The Connection Between Leadership Instability and the Leadership Spills of Last Australian Prime Ministers

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Table of Contents

  • Context
  • Introduction
  • History
  • Contributing Factors
  • Impact on public policy
  • Conclusion


The current situation that took place on August 2018 shows that over the last eleven years, Australia has had six prime ministers. Australian politicians spend more time fighting for power and stabbing each other in the back than they do working for the people they supposedly represent. With such political power, this means that Australian Prime ministers are appointed by the majority political party in the federal House of Representatives, not by the citizens. However, the citizens vote in (the party) their representatives in the federal parliament. “Therefore”, these representatives make decisions which impacted many aspects of Australian politics and public policy including climate change, energy, environment, immigration, marriage, tax, and trade.

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This essay argues that there is a clear relationship between leadership instability, and the leadership spills among recent Australian prime ministers that directly relates to their leadership styles. After contextualising the question and providing an overview of Australia having six prime ministers from 2007 onwards, the essay outlines some positive and negative aspects of this situation. Evidence will be presented that clearly shows how the leadership styles of some Australian prime ministers impacts upon the nature of Australian politics by outlining how the leadership spills all started, critically analyses some factors that have contributed towards the situation, and finally examines the enormously corrosive impact on Australian politics and public policy such as climate change and energy policy. General context In 1901, The Constitution was created “as an entity titled The Commonwealth of Australia Constitution Act” by Cook (2004, p5) that rules and control the government of the country. “Therefore”, the constitution is democracy in contemporary Australia. Cook & Harwood, (2009, p. 22) 2 mentioned, representative makes final decisions which might be positive or negative to the situation and whatever happened in the parliament is reported through television, newspapers, website, or radio to the citizens.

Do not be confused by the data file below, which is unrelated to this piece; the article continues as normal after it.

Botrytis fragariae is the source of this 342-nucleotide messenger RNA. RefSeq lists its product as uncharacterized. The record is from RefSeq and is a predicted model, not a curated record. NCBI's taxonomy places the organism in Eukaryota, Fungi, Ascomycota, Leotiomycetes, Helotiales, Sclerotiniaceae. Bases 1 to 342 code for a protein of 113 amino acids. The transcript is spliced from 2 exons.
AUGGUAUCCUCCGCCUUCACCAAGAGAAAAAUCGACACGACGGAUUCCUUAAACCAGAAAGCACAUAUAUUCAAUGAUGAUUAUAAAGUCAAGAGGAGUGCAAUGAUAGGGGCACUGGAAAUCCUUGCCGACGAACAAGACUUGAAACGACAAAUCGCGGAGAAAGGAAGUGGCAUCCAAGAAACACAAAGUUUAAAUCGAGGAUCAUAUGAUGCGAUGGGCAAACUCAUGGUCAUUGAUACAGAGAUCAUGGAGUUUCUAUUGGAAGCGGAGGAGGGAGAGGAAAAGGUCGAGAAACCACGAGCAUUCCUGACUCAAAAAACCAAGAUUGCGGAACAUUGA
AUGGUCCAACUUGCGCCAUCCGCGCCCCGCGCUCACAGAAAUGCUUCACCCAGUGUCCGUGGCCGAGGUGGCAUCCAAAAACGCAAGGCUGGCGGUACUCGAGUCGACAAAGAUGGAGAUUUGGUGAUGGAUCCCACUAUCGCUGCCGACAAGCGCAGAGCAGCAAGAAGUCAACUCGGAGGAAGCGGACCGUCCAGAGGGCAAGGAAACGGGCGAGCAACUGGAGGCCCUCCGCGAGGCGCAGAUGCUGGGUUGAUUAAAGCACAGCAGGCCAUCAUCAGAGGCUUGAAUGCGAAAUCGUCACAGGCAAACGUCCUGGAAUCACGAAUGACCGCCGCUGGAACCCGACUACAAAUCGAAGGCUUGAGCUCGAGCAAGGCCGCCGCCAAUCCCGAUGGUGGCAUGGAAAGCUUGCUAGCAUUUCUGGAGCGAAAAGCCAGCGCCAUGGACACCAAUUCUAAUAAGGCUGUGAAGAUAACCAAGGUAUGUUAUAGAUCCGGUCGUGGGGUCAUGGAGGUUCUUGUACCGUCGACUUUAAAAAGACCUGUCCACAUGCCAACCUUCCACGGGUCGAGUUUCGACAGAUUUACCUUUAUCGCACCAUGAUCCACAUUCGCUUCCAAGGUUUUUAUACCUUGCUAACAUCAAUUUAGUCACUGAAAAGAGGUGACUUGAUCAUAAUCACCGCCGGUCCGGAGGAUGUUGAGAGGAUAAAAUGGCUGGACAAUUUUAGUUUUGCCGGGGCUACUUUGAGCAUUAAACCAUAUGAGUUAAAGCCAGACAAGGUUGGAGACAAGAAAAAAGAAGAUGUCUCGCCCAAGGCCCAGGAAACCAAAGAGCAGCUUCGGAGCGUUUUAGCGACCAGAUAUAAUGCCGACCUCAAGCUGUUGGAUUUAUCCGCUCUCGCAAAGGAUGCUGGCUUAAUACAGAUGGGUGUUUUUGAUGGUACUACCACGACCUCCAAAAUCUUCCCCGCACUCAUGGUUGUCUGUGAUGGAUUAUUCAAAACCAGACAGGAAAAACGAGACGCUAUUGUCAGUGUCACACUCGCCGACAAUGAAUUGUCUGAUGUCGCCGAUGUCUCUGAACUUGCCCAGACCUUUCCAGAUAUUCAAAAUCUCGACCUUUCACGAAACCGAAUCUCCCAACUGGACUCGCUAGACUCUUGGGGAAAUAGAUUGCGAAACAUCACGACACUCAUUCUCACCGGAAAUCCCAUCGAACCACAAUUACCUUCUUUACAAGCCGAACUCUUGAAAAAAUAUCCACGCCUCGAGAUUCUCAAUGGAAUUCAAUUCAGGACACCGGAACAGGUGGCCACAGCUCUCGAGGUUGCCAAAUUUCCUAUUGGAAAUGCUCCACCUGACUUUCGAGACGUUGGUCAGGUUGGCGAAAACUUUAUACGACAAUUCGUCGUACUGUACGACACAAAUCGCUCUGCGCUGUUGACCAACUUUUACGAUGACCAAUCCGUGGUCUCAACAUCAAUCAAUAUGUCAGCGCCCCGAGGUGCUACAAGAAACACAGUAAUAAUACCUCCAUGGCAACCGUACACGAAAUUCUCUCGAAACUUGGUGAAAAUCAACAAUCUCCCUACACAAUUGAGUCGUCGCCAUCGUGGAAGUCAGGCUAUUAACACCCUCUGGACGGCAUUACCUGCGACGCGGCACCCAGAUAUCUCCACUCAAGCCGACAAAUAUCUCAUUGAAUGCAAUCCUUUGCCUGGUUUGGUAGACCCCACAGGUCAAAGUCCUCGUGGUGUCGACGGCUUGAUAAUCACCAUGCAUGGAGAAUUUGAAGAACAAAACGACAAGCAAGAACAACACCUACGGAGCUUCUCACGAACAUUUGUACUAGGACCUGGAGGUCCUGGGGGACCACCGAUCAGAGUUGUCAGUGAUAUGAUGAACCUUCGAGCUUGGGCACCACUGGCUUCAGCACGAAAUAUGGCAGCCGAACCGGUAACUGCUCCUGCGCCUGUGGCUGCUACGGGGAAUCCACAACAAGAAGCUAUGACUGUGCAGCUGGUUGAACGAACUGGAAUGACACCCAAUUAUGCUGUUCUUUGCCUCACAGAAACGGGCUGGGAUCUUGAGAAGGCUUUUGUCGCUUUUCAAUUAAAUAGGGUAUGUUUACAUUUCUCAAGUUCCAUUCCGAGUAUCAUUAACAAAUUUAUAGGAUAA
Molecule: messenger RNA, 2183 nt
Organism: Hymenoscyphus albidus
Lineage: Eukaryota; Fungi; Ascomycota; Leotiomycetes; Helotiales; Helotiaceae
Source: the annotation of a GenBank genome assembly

It brings into focus the fact that in the eleven years from 2007 Australia had six Prime Ministers namely Kevin Rudd, Julia Gillard, Kevin Rudd, Tony Abbott and Malcolm Turnbull in recent time Scott Morrison. Historically, politicians challenge their oppositional party but of since 2010 (Williams, B. 2017) observed that same party are challenging themselves by backstabbing each other. On November 2007, Labor celebrated a historic win over former prime minister John Howard who was in power for 11 years as Kevin Rudd was elected the first labour prime minister in over a decade.

In his administration, Rudd made Climate change a centrepiece also pushing carbon emission trade for adoption. In 2009 he negotiated a deal in the legislation to (Cook & Harwood 2009) secure passage of the bill in senate but was defeated. Due to some policy setbacks and personal attributes, Rudd popularity was declined, which prompt Julia Gillard, who made history by being Australia’s first female Prime Minister to challenged Rudd. This leadership spill occurred in June 2010 when Julia Gillard won the majority parliament party support and votes while Kevin Rudd chose to resign after he declined the contest (Williams, B. , 2017, p. 550).

So, the story of Rudd and Gillard start in 2006, Rudd was Prime minister and Gillard Deputy prime minister labour party, also she was appointed as Minister of Education, Employment and workplace relations by Kevin Rudd. Gillard first year was productive in the office of a prime minister, but the two major policy issues that were at the forefront of Australian Politics was Climate change and immigration which she failed to produce. According to WALSH, on September 2011, Gillard had a more significant challenge with the immigration proposal when the high court rejected the Malaysia solution that sought to deport any asylum seekers to Malaysia that will turned up on Australia shores (2014). This made Gillard losing the prime ministership back to Rudd after the labour leadership spill in 2013. Due to all the drama from the labour party, on August 2013 of same year, the Coalition won the federal election, where Tony Abbott the opposite leader of the liberal party defeated Rudd by a 17-seat 3. 6 percentage point two-party swing (opinion poll) and was sworn in as the 28th prime minister of Australia in September 2013.